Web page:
The best thing Favre did for himself this year was keep his mouth shut. A lot of that has to do with him not being a news story anymore, but I know my dislike for him has softened this year. I think its mostly just because he didn't insert his foot in mouth lately. I also give him some credit for how he handled the whole thing with the Saints bounty on him - He clearly had every right to call them out on it and never has.

Rocky70's picture

Did I read the blog. Of course not. It's the same 'ol, same 'ol.

The author is obsessed with Favre.

madmanJack's picture


Pack66's picture

You douchebags will never forgive Favre..because you are "self-righteous, holier-than-thou" ingrates...and well, douchebags..

Do you think that the 49ers fans harbor such vitriol and hate toward Joe Montana?

You people are so small minded and need to look at's pathetic.

Honey Favre don't need you...He don't give two shits about you....

MarkinMadison's picture

I've stuck up for Farve here on occassion. I thought the article last year comparing his interception numbers and Rodgers' at the same stage of their career was an eye opener. I've argued that to my eye Farve (in his prime) threw a better ball into a smaller window of the end zone than Rodgers, though many here disagree with my recollection. But there is no valid comparison between Joe Montana and Brett Farve when it comes to how they conducted themselves at the end of their careers. None.

SHODAN's picture

It doesn't hurt that Montana is friggin' +3 over Favre in the Super Bowl column, I'm sure.

MarkinMadison's picture

A) Montana never retired. Farve waffled around in 2008 like a politician.

B) Montana got traded from an NFC team to an AFC team with a chance to contend and made the most of it. Farve got traded from an NFC to an AFC team with a chance to contend and he pissed everyone off there.

C) Montana stayed in KC and made the best of it and retired there. Farve engineered a "retirement" and went back to his old division to "stick it" to his old team - his words, not mine.

dawg's picture

Diva Queen!

bryce's picture

I'd take him back with or without an apology to the fans, mostly because I don't think one will ever come. He's not really the apologizing type. I would think a whole lot more of him if he did apologize though.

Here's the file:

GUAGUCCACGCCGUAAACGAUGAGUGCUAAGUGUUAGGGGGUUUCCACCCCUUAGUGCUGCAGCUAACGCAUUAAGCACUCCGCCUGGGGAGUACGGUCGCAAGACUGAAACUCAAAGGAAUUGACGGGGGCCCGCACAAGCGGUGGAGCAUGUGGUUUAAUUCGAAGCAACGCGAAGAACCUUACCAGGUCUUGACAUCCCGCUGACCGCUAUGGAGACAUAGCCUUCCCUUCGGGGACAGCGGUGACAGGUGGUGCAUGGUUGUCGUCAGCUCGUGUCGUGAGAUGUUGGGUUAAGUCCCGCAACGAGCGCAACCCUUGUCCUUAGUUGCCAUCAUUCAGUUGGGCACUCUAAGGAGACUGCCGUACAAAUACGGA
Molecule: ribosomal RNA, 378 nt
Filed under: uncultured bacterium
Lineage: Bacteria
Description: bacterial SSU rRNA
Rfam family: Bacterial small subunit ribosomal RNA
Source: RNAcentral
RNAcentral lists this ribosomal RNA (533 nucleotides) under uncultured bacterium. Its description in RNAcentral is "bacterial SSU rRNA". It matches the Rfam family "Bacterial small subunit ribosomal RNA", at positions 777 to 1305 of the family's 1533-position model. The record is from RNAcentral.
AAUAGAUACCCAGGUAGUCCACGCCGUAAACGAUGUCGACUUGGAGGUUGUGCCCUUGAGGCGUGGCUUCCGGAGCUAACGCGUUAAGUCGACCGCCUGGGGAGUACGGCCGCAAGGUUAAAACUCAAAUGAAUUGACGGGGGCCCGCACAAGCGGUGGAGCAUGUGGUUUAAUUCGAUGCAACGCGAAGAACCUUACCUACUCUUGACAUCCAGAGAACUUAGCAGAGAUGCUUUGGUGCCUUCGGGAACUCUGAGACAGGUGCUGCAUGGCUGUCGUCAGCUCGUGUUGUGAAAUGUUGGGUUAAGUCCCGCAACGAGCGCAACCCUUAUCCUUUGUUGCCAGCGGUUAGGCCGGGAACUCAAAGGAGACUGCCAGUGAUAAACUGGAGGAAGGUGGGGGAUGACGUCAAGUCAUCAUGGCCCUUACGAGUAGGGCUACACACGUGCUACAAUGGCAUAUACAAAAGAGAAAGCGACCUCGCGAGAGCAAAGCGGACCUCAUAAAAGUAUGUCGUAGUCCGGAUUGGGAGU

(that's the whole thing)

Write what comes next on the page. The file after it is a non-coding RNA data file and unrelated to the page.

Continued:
Deborah's picture

I think the anger towards Favre is based on the fact that, towards the end of his career, we expected him to be the next Bart Starr after his retirement, and he so emphatically declined the position. That felt like rejection, because it was. I agree with CD that he didn't owe us any such thing, so in that sense we should get over it. At the same time, it's not something he gets to change his mind about; we'll be civil to him when his number is retired and such, but the relationship will never be special. Of course it is pointless and silly now to indulge in Favre hatred; indifference is the more appropriate emotion.

DC's picture

the article is correct - no professional athlete owes any fan anything. Same for Favre. But if he truly wants to re-claim a relationship with the team and fans again, he can't just do nothing. He has to make some move, and not just say here I am Packers fans, love me again. I think the majority of Packers fans are looking for that something from Favre.

tundravision's picture

What's interesting is that everyone seems to have different levels of contrition that they would demand in order to accept Favre back. For some, none is needed. For others, he would need to apologize and show some contrition, claiming the Packers were the best organization he was blessed to be a part of. Others go further, expecting at least personalized apologies to Ted Thompson, Aaron Rodgers, and notable others. And still others say there is nothing he could ever do, no level of apology, no heights of contrition, that would ever allow Favre back into their hearts.

Whole point of the article was that we, the fans, are the the Godfather deciding what offers will be good enough for us to allow Favre back.

Puh-lease. Our opinions matter just as much now as they did in 2008, and guess how much our feelings and emotions controlled what was going on? Nothing. At. All.

You really think Favre, Thompson, and Rodgers are all sitting, waiting for us to return for the mountain with our requirement for us to be "okay" with what they decide?

Like it or not, its going to happen, sooner or later, no matter how much you want it to happen or how much you threaten you'll never accept it.

Rodgers actions means that a lot of people in a lot of camps agreed to be a part of it, including the Packers' organization. It means its going to happen sooner than any of us might have expected.

MarkinMadison's picture

The Packers want him back because it is good for the franchise, meaning it is good for PR and good for business. I don't think you can just say the fans don't matter.

tundravision's picture

The fans don't matter? Not sure that was the message I was trying to get across.